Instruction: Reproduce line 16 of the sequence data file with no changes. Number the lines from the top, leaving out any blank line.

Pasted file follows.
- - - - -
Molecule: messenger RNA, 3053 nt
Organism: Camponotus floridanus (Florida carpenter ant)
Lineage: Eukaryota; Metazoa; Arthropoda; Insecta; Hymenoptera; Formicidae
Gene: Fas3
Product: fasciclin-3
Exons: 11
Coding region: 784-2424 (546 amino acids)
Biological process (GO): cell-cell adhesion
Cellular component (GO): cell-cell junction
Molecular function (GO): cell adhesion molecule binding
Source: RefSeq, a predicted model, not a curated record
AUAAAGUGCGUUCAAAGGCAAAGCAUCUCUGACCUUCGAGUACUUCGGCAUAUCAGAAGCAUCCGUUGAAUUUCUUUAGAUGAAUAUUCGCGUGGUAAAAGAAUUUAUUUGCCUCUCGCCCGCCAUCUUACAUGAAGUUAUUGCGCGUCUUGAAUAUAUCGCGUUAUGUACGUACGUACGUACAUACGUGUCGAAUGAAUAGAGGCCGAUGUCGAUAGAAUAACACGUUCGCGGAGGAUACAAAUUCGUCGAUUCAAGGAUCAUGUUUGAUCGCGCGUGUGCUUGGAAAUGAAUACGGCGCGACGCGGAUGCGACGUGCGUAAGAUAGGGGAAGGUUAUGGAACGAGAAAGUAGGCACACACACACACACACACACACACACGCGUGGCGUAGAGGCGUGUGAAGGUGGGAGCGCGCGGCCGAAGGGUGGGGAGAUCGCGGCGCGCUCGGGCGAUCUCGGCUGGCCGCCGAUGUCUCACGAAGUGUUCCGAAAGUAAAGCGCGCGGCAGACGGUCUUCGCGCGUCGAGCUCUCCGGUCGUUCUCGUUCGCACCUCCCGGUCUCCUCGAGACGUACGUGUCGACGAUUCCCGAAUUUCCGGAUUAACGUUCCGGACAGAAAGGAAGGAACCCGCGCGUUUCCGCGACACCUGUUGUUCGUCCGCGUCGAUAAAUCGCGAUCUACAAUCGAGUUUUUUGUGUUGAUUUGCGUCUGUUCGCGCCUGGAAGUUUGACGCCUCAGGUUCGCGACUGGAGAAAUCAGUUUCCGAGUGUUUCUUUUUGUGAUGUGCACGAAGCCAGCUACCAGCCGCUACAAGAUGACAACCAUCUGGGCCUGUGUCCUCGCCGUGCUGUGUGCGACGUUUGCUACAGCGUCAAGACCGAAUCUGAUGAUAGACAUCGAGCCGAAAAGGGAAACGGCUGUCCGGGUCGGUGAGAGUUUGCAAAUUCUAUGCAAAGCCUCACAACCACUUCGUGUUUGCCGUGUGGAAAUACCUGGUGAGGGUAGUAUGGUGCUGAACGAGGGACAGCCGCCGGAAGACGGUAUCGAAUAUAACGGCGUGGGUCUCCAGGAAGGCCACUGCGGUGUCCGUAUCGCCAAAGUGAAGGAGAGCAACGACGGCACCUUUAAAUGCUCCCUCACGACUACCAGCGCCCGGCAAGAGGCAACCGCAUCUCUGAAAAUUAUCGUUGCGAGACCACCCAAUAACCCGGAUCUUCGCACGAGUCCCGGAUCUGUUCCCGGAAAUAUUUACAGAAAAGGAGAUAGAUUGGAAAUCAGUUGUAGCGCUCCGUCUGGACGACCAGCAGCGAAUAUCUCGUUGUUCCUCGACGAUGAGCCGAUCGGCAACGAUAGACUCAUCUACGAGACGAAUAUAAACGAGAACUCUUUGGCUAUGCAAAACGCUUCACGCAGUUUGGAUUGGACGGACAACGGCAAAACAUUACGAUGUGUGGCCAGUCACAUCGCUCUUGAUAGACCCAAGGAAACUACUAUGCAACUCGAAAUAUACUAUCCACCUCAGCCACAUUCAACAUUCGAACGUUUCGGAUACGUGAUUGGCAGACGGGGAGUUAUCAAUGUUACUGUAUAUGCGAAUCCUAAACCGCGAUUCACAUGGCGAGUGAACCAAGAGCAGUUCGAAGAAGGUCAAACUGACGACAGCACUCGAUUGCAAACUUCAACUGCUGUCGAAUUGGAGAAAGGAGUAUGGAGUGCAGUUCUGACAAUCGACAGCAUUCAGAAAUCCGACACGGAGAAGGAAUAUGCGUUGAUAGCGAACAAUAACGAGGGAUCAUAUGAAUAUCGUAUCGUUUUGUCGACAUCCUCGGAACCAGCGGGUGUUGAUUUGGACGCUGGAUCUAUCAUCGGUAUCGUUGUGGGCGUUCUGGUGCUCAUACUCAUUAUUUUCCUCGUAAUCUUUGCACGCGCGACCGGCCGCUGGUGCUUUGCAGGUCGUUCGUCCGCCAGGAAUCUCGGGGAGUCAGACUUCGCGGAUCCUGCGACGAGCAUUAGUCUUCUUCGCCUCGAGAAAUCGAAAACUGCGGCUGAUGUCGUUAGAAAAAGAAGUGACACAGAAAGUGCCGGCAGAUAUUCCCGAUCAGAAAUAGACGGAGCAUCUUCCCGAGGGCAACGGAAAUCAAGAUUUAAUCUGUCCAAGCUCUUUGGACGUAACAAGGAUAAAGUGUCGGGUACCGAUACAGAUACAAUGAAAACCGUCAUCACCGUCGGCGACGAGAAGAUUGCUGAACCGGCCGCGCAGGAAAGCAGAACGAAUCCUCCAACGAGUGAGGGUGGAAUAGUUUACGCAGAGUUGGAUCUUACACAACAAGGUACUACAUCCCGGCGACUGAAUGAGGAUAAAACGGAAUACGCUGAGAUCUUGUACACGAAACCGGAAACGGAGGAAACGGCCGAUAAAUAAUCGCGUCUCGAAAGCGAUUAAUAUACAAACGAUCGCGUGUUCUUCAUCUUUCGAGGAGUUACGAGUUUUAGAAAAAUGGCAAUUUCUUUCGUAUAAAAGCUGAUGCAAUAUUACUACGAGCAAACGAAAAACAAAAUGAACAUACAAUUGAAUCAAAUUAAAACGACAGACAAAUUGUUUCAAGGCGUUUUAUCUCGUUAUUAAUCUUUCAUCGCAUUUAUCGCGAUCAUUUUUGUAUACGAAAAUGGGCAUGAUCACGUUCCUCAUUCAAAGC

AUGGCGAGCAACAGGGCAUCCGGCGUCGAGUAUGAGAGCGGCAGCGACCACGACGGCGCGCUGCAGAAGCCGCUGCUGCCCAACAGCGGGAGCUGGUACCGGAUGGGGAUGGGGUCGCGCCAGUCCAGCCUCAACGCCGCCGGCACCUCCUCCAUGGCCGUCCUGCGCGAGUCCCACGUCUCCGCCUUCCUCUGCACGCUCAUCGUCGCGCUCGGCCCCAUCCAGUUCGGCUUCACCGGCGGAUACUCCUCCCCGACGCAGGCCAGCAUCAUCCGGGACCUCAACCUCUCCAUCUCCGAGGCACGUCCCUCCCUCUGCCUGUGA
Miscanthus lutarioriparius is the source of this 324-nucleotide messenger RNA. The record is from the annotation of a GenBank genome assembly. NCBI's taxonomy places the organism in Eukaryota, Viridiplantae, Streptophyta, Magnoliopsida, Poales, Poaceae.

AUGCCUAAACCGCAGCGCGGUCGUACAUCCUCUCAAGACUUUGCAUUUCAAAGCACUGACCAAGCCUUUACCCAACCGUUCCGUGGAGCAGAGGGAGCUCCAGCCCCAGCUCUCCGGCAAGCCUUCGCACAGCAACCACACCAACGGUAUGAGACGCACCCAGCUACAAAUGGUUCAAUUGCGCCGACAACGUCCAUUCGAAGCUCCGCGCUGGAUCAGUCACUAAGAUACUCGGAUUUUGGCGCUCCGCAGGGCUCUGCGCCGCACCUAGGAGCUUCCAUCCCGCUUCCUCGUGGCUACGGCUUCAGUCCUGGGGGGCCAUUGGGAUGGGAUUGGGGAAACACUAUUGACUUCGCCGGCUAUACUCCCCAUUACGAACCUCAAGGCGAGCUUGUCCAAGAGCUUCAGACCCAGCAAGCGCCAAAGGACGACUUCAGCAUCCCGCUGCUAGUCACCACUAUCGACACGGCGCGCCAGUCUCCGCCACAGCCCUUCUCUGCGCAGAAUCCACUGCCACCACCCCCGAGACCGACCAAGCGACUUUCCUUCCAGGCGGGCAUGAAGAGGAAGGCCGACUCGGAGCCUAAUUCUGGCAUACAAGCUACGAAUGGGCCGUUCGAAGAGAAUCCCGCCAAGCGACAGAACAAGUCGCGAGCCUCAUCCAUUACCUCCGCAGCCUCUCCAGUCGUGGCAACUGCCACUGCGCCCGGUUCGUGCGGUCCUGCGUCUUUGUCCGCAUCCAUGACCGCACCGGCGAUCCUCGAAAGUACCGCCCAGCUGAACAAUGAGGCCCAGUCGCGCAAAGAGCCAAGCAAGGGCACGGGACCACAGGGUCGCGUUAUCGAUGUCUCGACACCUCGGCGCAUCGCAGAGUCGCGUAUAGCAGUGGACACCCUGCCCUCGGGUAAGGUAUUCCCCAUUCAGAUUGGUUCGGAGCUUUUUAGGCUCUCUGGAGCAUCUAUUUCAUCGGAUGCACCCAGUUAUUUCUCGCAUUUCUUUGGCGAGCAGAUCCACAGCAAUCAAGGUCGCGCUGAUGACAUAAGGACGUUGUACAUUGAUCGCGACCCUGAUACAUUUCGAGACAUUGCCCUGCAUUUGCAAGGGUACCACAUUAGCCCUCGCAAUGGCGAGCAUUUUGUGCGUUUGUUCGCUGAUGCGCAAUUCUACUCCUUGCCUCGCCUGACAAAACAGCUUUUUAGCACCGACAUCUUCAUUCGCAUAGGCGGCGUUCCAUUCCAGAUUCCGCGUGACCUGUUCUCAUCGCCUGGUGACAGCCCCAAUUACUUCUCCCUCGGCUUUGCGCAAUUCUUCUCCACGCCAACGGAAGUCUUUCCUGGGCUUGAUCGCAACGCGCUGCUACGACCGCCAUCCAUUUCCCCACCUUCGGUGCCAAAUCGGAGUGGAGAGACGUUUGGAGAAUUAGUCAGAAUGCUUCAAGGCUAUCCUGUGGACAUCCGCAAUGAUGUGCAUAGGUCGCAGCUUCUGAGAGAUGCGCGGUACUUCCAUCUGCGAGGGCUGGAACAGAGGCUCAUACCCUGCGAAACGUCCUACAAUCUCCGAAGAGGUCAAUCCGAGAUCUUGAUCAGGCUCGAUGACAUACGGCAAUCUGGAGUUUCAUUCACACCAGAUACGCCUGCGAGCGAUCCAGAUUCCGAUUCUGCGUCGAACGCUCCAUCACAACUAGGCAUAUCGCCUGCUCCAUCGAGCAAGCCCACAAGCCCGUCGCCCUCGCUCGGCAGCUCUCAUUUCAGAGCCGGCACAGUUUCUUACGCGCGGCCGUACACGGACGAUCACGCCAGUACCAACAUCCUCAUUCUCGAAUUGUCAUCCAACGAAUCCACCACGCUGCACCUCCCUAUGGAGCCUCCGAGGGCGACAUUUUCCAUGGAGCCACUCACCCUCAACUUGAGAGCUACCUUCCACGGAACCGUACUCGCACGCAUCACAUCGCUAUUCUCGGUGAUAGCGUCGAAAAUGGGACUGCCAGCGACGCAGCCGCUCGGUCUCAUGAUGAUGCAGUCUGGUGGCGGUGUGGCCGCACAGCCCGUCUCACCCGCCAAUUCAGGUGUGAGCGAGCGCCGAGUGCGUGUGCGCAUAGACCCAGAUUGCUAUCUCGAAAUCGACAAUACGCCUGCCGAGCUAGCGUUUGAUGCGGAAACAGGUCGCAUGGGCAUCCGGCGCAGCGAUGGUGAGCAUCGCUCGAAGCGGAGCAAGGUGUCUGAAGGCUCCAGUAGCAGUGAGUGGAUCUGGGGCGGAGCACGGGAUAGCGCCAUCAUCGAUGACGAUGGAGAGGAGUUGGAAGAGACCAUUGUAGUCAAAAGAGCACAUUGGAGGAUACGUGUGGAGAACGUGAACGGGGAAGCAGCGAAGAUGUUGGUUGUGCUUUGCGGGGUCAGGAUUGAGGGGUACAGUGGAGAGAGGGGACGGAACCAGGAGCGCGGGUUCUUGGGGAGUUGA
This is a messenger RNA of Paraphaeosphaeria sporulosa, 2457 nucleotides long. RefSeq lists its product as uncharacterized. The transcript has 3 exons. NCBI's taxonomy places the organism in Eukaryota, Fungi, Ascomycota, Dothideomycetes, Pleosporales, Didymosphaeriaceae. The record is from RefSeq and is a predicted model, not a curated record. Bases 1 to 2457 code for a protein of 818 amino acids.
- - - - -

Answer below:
This is a messenger RNA of Paraphaeosphaeria sporulosa, 2457 nucleotides long. RefSeq lists its product as uncharacterized. The transcript has 3 exons. NCBI's taxonomy places the organism in Eukaryota, Fungi, Ascomycota, Dothideomycetes, Pleosporales, Didymosphaeriaceae. The record is from RefSeq and is a predicted model, not a curated record. Bases 1 to 2457 code for a protein of 818 amino acids.